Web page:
Let’s face it: airports are never fun. Eternal queues, expensive snacks, people everywhere and nowhere comfortable to sit. It’s enough to make anyone go mad! But we’ve got a brief survival guide to help you through the worst of the airport experience.
1. Leave plenty of time
Despite how much we as people dislike waiting around for things, in an airport, it’s better to be waiting around than rushing around because you’re on the verge of being late. Most airports recommend just over an hour before your flight to check your luggage in: we recommend at least 2 hours (maybe more if you’re traveling through Heathrow at peak times). When it comes to boarding, be at the gate well before the allocated time; it’s easier for everyone, but mostly you.
If you’re a frequent flyer, you’re probably very aware of how expensive food at the airport is. For those who aren’t as aware, the food at the airport is Very Expensive. Before you get to the airport, make sure to stock up on snacks. But nothing liquid, that’ll be taken off you when you go through the security gates.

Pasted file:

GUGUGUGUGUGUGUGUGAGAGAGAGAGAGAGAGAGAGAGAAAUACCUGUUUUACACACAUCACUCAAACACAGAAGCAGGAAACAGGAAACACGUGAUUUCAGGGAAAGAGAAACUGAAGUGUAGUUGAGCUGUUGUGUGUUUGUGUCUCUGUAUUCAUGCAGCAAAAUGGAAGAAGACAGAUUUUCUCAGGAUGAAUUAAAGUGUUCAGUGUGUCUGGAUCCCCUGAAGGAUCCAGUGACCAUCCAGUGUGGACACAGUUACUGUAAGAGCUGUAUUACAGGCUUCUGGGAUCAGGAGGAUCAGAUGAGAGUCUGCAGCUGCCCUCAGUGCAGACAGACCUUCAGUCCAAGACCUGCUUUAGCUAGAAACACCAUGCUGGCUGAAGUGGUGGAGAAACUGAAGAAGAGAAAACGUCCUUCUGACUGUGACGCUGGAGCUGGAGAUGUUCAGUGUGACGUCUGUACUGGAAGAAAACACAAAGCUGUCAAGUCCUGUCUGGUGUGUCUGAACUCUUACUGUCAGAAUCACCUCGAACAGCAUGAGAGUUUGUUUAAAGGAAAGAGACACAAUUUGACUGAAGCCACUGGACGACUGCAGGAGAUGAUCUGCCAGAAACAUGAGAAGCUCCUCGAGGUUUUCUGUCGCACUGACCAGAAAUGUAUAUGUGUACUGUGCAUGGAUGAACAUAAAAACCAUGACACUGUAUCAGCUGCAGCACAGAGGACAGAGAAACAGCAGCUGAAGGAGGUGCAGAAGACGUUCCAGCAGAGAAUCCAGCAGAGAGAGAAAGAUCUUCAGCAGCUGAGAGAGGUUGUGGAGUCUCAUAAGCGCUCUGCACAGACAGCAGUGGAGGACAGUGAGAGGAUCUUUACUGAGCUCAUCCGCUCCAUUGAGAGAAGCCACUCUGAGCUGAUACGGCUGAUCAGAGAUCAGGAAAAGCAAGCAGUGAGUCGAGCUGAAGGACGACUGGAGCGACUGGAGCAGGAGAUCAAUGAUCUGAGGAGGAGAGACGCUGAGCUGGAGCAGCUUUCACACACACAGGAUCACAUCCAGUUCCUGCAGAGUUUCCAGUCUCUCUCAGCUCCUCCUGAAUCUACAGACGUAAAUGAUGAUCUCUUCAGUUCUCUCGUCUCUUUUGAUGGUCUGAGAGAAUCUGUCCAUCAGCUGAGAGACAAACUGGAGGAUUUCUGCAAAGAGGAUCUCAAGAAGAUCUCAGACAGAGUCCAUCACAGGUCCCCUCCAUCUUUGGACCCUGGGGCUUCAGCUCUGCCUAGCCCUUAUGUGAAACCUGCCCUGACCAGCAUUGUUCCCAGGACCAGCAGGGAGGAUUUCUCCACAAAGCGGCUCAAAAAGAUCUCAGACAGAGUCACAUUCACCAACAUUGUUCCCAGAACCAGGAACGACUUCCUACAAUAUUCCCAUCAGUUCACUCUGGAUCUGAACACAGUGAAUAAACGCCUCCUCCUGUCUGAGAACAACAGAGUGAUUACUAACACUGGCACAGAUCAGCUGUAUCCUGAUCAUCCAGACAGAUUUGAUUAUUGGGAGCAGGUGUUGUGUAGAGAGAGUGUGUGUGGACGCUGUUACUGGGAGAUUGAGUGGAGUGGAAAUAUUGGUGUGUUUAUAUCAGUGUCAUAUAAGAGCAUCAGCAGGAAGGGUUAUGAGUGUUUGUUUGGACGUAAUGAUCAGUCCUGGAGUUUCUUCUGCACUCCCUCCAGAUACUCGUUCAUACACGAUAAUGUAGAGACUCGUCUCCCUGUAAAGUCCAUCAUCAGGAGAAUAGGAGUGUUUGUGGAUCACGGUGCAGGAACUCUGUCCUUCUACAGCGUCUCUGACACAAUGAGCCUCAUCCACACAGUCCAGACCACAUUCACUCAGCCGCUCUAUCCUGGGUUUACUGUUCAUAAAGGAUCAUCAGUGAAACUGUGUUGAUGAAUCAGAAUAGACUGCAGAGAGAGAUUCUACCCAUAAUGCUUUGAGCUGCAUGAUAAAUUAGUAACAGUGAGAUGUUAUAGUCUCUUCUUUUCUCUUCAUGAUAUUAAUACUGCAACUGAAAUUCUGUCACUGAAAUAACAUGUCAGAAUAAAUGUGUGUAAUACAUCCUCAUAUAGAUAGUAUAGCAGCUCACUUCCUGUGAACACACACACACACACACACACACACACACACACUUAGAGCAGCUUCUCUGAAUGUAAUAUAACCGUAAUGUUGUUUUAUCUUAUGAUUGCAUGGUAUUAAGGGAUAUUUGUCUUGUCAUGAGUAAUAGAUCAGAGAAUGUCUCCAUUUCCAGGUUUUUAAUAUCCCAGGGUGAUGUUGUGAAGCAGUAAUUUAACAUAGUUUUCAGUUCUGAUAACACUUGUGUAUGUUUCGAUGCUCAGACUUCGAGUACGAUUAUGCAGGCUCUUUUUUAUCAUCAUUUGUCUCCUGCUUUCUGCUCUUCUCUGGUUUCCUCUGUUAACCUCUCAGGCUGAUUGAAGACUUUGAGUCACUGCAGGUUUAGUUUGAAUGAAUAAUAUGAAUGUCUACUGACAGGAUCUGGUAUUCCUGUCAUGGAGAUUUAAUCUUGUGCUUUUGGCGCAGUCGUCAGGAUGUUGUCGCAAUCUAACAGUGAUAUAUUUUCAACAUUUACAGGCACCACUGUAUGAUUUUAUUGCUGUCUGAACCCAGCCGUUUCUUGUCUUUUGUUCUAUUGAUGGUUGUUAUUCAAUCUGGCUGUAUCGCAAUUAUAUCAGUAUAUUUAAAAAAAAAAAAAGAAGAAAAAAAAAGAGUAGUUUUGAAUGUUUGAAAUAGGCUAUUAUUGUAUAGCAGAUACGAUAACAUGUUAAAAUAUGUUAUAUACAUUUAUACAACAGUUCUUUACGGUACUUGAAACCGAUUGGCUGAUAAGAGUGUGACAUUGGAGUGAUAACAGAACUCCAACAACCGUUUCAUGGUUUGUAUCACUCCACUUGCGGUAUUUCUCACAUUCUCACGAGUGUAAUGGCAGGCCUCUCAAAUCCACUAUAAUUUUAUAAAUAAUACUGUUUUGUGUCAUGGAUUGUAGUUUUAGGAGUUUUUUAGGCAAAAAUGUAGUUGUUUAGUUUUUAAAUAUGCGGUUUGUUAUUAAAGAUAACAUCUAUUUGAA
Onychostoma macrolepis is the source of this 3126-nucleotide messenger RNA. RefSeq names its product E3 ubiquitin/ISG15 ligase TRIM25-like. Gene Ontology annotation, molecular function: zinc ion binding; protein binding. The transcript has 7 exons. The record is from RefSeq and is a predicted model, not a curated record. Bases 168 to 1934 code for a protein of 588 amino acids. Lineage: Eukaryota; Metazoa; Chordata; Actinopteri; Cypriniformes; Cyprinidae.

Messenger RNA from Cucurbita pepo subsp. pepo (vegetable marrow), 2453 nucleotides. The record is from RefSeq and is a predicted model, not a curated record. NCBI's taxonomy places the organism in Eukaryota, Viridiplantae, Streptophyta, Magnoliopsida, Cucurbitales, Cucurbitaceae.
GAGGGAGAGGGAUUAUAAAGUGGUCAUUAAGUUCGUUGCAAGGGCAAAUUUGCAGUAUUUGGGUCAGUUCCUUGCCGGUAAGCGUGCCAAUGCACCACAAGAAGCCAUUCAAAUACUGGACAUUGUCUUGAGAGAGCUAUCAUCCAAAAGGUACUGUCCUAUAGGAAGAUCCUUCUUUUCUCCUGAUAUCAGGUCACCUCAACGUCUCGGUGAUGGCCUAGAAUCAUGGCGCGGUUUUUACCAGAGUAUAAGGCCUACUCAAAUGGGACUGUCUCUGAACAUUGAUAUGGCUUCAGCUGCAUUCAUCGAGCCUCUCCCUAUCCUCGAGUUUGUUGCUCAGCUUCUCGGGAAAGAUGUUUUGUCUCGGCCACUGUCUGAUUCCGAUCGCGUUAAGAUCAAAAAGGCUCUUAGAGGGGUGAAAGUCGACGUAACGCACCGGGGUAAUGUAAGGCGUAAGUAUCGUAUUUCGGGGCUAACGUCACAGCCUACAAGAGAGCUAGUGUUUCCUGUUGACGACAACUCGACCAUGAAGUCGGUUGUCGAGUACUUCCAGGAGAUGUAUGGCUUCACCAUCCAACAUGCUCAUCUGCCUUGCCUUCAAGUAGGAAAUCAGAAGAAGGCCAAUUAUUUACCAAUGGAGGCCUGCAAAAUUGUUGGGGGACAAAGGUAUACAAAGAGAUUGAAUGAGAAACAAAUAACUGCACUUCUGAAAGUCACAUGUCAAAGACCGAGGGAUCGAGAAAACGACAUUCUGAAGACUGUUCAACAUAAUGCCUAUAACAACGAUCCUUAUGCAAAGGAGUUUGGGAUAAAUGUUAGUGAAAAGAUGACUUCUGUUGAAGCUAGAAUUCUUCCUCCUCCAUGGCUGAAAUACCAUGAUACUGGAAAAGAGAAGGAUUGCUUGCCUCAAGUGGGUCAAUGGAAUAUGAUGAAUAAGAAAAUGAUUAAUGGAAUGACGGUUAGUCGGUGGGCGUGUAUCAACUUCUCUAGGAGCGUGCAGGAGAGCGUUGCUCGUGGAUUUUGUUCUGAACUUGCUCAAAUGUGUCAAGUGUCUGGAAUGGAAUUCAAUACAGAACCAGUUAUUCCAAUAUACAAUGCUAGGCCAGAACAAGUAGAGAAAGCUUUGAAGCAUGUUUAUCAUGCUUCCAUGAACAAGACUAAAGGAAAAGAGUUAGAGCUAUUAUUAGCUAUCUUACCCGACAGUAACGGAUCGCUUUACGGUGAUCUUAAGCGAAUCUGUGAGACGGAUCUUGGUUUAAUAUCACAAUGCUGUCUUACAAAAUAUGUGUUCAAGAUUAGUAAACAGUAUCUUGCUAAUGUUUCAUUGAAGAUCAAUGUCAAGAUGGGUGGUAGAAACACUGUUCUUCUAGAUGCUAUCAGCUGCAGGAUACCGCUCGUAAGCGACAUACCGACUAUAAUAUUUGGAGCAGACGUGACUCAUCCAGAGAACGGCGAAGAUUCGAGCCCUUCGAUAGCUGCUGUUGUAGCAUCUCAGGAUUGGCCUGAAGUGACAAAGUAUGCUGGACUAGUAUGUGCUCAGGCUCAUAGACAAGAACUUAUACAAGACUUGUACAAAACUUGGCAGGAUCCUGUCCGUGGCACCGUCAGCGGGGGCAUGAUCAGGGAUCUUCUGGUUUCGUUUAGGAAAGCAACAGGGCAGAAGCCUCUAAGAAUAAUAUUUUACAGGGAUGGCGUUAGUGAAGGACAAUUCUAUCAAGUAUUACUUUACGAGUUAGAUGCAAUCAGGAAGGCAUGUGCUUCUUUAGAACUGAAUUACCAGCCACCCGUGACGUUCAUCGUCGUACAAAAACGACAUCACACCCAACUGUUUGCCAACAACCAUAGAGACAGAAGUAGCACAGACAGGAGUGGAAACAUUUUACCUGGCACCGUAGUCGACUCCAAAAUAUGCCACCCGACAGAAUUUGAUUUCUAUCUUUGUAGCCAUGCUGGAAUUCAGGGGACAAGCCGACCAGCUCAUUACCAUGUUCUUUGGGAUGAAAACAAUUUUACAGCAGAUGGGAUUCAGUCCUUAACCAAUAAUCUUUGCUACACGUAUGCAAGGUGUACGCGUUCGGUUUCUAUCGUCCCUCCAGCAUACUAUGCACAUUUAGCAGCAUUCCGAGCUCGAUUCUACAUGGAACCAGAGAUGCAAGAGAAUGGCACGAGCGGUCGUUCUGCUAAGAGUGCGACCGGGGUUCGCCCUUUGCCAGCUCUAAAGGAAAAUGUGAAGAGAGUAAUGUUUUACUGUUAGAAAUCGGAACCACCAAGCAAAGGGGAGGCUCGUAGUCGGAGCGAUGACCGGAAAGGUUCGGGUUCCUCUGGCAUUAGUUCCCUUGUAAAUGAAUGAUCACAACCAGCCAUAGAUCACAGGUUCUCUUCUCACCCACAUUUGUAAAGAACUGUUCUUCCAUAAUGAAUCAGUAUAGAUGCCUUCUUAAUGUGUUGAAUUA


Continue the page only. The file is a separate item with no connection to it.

3. Empty Bottles
When you’re flying, its incredibly easy to get dehydrated, especially on long-haul flights. Make sure to have plenty to drink, and the best way to go about this is with a large EMPTY bottle before you get there. Most airports have water fountains to fill up at, and security only cares about the liquid, not the bottle itself.
If you’re brought a lot of snacks, you’ll have a lot of wrappers before you land. To make things easier for yourself and the cabin crew, bring along a disposable bag to store all the packaging in. This can be ignored if the snacks have large bags already; then just use one bag to store the rest.
Perhaps the most important thing; you’ll need a way to not die of boredom in an airport. There isn’t much entertainment provided unless your flight has in-flight entertainment. If you’re traveling during daylight hours, bring a book or portable games console or something to keep your mind active during the hours of waiting.
If you’re taking a night flight (or just want a long nap), bring a neck-support pillow and a facemask when flying, as well as noise-canceling headphones (or earplugs). Sleeping on a flight is a uniquely difficult task, but if you bring/buy the aforementioned items, you should be able to manage some sleep before you land.
And those are the AIESEC tips on how to survive your flight! Feel free to share any other pieces of advice you have to offer on our facebook